Jump to content

Overly-hot water heater


Bain
 Share

Recommended Posts

I woke up to mostly cold water this morning. I checked the 4-year-old heater and the hi-limit reset button had popped. I reset it, and moved the temperature-control dials to "A", but when I came home for lunch later, the water temperature was nearly 150 degrees. I disconnected power, figuring one or both of the thermostats was shot.

When I got home from work, I checked the thermostats for voltage, and didn't find any at the terminals. Since I second-guess myself about stuff like this, I downloaded the manual--see page 32--and realized I'd remembered correctly how to determine if the thermostats were faulty.

I suppose I'll replace both thermostats and hope that solves the problem, but I was wondering if there was anything else I should investigate before I spend the $$ on thermostats.

http://www.bradfordwhite.com/images/sha ... 04-00A.pdf

Link to comment
Share on other sites

You might check the appliance for shorts to ground. I do this by first clamping my amp meter on the grounding conductor leading to the appliance, then double chk it by checking for voltage between some other grounded connection (other than the grounded conductor) and the tank. The thermostats are single pole switches, meaning that when a thermo is in the open position (temperature has been satisfied) there is still voltage on the element, so if there's a short to ground on the element or element wiring that isn't a dead short, current can still flow and heat the water (or something).

Marc

Link to comment
Share on other sites

You might check the appliance for shorts to ground. I do this by first clamping my amp meter on the grounding conductor leading to the appliance, then double chk it by checking for voltage between some other grounded connection (other than the grounded conductor) and the tank. The thermostats are single pole switches, meaning that when a thermo is in the open position (temperature has been satisfied) there is still voltage on the element, so if there's a short to ground on the element or element wiring that isn't a dead short, current can still flow and heat the water (or something).

Marc

Thank you. I followed your advice and didn't see anything out of whack.

I won't have time for a trip to the plumbing supply jolnt till Monday. My new note beside the coffee pot will read, "Turn on the water heater so you can take a WARM shower."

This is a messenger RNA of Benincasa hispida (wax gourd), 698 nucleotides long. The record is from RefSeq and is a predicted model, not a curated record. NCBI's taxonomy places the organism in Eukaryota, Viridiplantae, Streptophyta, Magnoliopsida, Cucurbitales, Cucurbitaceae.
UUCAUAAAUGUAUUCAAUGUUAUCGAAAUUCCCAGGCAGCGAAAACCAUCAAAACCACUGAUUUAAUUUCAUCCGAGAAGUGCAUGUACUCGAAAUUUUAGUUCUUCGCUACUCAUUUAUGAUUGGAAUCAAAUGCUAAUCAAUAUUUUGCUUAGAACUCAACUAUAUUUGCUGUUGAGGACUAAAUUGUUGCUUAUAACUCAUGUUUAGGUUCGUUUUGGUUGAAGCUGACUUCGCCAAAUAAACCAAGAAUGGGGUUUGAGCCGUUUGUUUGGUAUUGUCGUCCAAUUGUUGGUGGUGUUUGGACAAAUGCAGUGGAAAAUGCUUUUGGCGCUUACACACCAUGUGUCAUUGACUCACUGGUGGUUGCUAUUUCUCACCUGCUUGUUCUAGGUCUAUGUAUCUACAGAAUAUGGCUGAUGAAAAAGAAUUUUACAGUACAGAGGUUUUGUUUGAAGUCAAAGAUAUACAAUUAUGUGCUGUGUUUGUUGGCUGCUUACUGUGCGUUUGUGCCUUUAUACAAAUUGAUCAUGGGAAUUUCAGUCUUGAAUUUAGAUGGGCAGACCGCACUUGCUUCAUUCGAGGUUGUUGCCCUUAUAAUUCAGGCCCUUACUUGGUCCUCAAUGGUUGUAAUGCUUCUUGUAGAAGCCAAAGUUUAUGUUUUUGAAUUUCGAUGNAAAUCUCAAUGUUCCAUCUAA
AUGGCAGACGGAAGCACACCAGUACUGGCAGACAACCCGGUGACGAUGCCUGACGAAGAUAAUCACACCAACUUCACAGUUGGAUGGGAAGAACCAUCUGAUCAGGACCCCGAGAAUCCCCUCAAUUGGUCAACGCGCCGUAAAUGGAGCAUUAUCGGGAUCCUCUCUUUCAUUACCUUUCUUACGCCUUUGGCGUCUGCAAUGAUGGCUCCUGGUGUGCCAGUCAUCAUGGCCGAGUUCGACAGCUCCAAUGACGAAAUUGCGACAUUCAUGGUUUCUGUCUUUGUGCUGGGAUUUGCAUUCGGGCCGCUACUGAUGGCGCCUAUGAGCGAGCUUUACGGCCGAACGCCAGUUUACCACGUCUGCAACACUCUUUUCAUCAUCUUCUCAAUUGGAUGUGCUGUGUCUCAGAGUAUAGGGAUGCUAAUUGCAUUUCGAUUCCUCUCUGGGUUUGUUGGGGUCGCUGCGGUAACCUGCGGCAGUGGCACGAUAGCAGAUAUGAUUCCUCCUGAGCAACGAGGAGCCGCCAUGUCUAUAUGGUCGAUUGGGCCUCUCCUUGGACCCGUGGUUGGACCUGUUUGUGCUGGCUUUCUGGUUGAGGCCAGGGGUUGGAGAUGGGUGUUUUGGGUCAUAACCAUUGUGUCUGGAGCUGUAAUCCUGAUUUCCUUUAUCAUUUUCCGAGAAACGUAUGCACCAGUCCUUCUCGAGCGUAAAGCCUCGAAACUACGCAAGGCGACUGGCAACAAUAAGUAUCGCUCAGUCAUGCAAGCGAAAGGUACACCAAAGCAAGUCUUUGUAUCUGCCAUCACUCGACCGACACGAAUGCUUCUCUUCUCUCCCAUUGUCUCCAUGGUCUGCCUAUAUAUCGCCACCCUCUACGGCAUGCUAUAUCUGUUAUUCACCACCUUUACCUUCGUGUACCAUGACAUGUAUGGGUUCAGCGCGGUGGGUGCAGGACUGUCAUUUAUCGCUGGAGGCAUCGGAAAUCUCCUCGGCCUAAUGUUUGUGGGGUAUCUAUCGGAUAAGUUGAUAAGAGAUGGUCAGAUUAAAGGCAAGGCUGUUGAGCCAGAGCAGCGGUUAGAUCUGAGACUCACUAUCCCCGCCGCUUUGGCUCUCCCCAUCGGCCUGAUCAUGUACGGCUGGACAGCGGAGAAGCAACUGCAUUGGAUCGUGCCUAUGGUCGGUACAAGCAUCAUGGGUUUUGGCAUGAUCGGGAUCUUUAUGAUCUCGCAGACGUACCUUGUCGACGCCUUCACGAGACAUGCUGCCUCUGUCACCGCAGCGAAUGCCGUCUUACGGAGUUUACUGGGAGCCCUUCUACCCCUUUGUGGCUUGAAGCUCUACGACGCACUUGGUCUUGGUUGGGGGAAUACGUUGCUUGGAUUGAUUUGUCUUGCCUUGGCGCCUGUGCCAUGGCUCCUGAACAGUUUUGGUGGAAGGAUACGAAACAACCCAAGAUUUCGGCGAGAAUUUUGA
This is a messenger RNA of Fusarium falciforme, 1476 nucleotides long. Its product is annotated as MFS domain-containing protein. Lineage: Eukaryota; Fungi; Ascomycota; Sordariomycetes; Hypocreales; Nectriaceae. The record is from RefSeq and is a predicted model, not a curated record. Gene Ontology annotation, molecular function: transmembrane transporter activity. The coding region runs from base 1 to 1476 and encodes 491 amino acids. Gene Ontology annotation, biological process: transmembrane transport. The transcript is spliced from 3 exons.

Link to comment
Share on other sites

John, do you have a link for an online manual - more to the point a wiring diagram?

No, I just Googled Bradford-White manual, and found the service guide. The heater's been problem-free since I installed it a few years ago. I read something somewhere during my Google search that high-lime areas can screw up the lower element and cause it to overheat, but that doesn't really make sense. If replacing the thermostats doesn't cure the problem, though, I'll probably switch out the element.

Link to comment
Share on other sites

Pull the elements and look at them. If they are covered with heavy mineral deposits you might be able to clean them with CLR or white vinegar. They can overheat so to speak and trip the thermostat.

My bet is on the lower thermostat and that is has gone bad. I replaced one on my WH and I think it cost around $12 or so.

Link to comment
Share on other sites

Pull the elements and look at them. If they are covered with heavy mineral deposits you might be able to clean them with CLR or white vinegar. They can overheat so to speak and trip the thermostat.

My bet is on the lower thermostat and that is has gone bad. I replaced one on my WH and I think it cost around $12 or so.

I called a plumber friend, this morning, and he also said the lower thermostat is the one that usually fails. But, he also said he always replaces both the upper and the lower to avoid callbacks.

Link to comment
Share on other sites

I made it to the plumbing supply joint, after all. The counter guy said the upper thermostat hardly ever goes bad, and that I really only needed the lower one. Nine dollars, three minutes of time, and voila! Problem solved.

Click to Enlarge
tn_2010820193726_DSC05624.jpg

29.97 KB

Link to comment
Share on other sites

There's always the big orange box. I used to go there so much that they once asked if I'd like to set up a bedroom in the back of the store to move in.

Marc

That occured to me on a trip to Big Blue not long ago.

I thought if I'm going to be coming to the home center so often, might it not make better sense to just move into one of the aisles at the home center?

Link to comment
Share on other sites

Join the conversation

You can post now and register later. If you have an account, sign in now to post with your account.

Guest
Reply to this topic...

×   Pasted as rich text.   Paste as plain text instead

  Only 75 emoji are allowed.

×   Your link has been automatically embedded.   Display as a link instead

×   Your previous content has been restored.   Clear editor

×   You cannot paste images directly. Upload or insert images from URL.

 Share

×
×
  • Create New...